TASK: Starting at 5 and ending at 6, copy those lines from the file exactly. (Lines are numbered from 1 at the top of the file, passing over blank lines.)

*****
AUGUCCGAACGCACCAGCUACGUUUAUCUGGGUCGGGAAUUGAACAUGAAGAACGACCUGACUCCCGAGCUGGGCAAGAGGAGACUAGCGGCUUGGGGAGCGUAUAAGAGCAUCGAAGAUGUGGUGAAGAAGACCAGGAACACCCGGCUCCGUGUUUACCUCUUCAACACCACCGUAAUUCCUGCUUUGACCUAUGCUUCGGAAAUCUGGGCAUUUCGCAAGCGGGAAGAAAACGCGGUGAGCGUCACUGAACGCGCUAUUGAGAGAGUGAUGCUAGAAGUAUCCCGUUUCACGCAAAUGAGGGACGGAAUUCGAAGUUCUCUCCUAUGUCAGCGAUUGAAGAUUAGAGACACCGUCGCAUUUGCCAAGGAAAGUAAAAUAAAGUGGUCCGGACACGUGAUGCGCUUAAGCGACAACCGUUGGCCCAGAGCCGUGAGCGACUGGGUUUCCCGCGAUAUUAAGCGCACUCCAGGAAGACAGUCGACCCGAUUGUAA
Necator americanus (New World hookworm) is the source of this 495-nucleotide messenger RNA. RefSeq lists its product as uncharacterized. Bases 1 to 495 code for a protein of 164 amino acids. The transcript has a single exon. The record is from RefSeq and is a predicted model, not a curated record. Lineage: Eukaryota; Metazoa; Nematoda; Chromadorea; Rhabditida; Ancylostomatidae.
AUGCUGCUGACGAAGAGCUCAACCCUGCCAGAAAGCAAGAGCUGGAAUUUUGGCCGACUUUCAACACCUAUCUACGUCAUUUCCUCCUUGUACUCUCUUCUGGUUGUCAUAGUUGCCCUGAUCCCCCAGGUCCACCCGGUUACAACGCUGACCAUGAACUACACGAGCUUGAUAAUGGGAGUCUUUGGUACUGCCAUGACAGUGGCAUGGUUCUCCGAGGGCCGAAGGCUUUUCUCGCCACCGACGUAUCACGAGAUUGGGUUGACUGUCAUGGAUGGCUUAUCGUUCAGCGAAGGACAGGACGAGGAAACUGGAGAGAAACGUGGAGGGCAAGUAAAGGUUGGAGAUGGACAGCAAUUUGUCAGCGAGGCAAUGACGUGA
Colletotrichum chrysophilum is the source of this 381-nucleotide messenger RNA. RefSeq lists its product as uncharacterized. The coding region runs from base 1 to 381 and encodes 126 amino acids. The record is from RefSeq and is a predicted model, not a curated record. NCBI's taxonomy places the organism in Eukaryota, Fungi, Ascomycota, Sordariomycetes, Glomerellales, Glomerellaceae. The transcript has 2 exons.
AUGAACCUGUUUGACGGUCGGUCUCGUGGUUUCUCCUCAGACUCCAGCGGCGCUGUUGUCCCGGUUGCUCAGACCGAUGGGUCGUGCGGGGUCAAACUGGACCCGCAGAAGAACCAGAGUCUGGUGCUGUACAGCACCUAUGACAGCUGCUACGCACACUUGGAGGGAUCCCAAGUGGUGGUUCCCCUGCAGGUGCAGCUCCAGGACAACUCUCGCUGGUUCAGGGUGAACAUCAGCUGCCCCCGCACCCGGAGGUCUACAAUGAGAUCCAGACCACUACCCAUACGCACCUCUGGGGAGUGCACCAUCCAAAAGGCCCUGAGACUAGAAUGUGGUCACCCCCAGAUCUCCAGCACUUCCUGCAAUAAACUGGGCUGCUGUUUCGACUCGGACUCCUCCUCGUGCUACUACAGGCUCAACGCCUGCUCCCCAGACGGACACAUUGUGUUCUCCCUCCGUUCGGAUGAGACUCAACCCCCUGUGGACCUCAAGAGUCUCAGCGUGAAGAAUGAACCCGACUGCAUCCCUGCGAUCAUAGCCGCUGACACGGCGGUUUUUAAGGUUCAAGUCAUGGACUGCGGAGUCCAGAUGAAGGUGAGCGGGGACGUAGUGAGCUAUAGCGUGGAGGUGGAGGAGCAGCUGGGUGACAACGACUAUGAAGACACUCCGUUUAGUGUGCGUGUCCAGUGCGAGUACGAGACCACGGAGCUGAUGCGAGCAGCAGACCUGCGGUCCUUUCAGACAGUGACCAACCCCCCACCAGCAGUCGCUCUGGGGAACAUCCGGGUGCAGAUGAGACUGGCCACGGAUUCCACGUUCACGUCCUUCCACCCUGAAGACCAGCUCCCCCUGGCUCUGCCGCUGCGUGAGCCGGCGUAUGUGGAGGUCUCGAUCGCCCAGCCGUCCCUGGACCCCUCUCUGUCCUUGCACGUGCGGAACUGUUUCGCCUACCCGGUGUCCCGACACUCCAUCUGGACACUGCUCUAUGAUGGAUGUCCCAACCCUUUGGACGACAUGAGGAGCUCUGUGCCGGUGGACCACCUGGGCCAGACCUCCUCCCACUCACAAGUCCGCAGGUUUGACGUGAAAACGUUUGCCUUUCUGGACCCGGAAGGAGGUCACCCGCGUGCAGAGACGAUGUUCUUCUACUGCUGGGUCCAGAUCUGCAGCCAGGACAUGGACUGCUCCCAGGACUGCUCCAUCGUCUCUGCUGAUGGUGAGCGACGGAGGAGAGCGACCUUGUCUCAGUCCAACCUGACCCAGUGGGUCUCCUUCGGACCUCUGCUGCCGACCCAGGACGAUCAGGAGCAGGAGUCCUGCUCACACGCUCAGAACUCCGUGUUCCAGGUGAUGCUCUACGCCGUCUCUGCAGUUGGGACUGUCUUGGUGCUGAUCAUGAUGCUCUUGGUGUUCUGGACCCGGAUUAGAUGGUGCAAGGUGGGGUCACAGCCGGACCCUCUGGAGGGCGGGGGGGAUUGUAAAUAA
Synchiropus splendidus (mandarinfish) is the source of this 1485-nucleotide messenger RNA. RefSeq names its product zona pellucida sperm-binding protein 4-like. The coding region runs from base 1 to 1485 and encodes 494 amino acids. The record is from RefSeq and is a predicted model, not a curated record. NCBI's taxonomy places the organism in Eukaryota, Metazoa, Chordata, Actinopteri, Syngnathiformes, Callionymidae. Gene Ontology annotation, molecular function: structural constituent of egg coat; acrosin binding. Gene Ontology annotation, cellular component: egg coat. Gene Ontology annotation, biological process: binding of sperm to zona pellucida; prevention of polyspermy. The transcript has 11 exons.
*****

AUGAACCUGUUUGACGGUCGGUCUCGUGGUUUCUCCUCAGACUCCAGCGGCGCUGUUGUCCCGGUUGCUCAGACCGAUGGGUCGUGCGGGGUCAAACUGGACCCGCAGAAGAACCAGAGUCUGGUGCUGUACAGCACCUAUGACAGCUGCUACGCACACUUGGAGGGAUCCCAAGUGGUGGUUCCCCUGCAGGUGCAGCUCCAGGACAACUCUCGCUGGUUCAGGGUGAACAUCAGCUGCCCCCGCACCCGGAGGUCUACAAUGAGAUCCAGACCACUACCCAUACGCACCUCUGGGGAGUGCACCAUCCAAAAGGCCCUGAGACUAGAAUGUGGUCACCCCCAGAUCUCCAGCACUUCCUGCAAUAAACUGGGCUGCUGUUUCGACUCGGACUCCUCCUCGUGCUACUACAGGCUCAACGCCUGCUCCCCAGACGGACACAUUGUGUUCUCCCUCCGUUCGGAUGAGACUCAACCCCCUGUGGACCUCAAGAGUCUCAGCGUGAAGAAUGAACCCGACUGCAUCCCUGCGAUCAUAGCCGCUGACACGGCGGUUUUUAAGGUUCAAGUCAUGGACUGCGGAGUCCAGAUGAAGGUGAGCGGGGACGUAGUGAGCUAUAGCGUGGAGGUGGAGGAGCAGCUGGGUGACAACGACUAUGAAGACACUCCGUUUAGUGUGCGUGUCCAGUGCGAGUACGAGACCACGGAGCUGAUGCGAGCAGCAGACCUGCGGUCCUUUCAGACAGUGACCAACCCCCCACCAGCAGUCGCUCUGGGGAACAUCCGGGUGCAGAUGAGACUGGCCACGGAUUCCACGUUCACGUCCUUCCACCCUGAAGACCAGCUCCCCCUGGCUCUGCCGCUGCGUGAGCCGGCGUAUGUGGAGGUCUCGAUCGCCCAGCCGUCCCUGGACCCCUCUCUGUCCUUGCACGUGCGGAACUGUUUCGCCUACCCGGUGUCCCGACACUCCAUCUGGACACUGCUCUAUGAUGGAUGUCCCAACCCUUUGGACGACAUGAGGAGCUCUGUGCCGGUGGACCACCUGGGCCAGACCUCCUCCCACUCACAAGUCCGCAGGUUUGACGUGAAAACGUUUGCCUUUCUGGACCCGGAAGGAGGUCACCCGCGUGCAGAGACGAUGUUCUUCUACUGCUGGGUCCAGAUCUGCAGCCAGGACAUGGACUGCUCCCAGGACUGCUCCAUCGUCUCUGCUGAUGGUGAGCGACGGAGGAGAGCGACCUUGUCUCAGUCCAACCUGACCCAGUGGGUCUCCUUCGGACCUCUGCUGCCGACCCAGGACGAUCAGGAGCAGGAGUCCUGCUCACACGCUCAGAACUCCGUGUUCCAGGUGAUGCUCUACGCCGUCUCUGCAGUUGGGACUGUCUUGGUGCUGAUCAUGAUGCUCUUGGUGUUCUGGACCCGGAUUAGAUGGUGCAAGGUGGGGUCACAGCCGGACCCUCUGGAGGGCGGGGGGGAUUGUAAAUAA
Synchiropus splendidus (mandarinfish) is the source of this 1485-nucleotide messenger RNA. RefSeq names its product zona pellucida sperm-binding protein 4-like. The coding region runs from base 1 to 1485 and encodes 494 amino acids. The record is from RefSeq and is a predicted model, not a curated record. NCBI's taxonomy places the organism in Eukaryota, Metazoa, Chordata, Actinopteri, Syngnathiformes, Callionymidae. Gene Ontology annotation, molecular function: structural constituent of egg coat; acrosin binding. Gene Ontology annotation, cellular component: egg coat. Gene Ontology annotation, biological process: binding of sperm to zona pellucida; prevention of polyspermy. The transcript has 11 exons.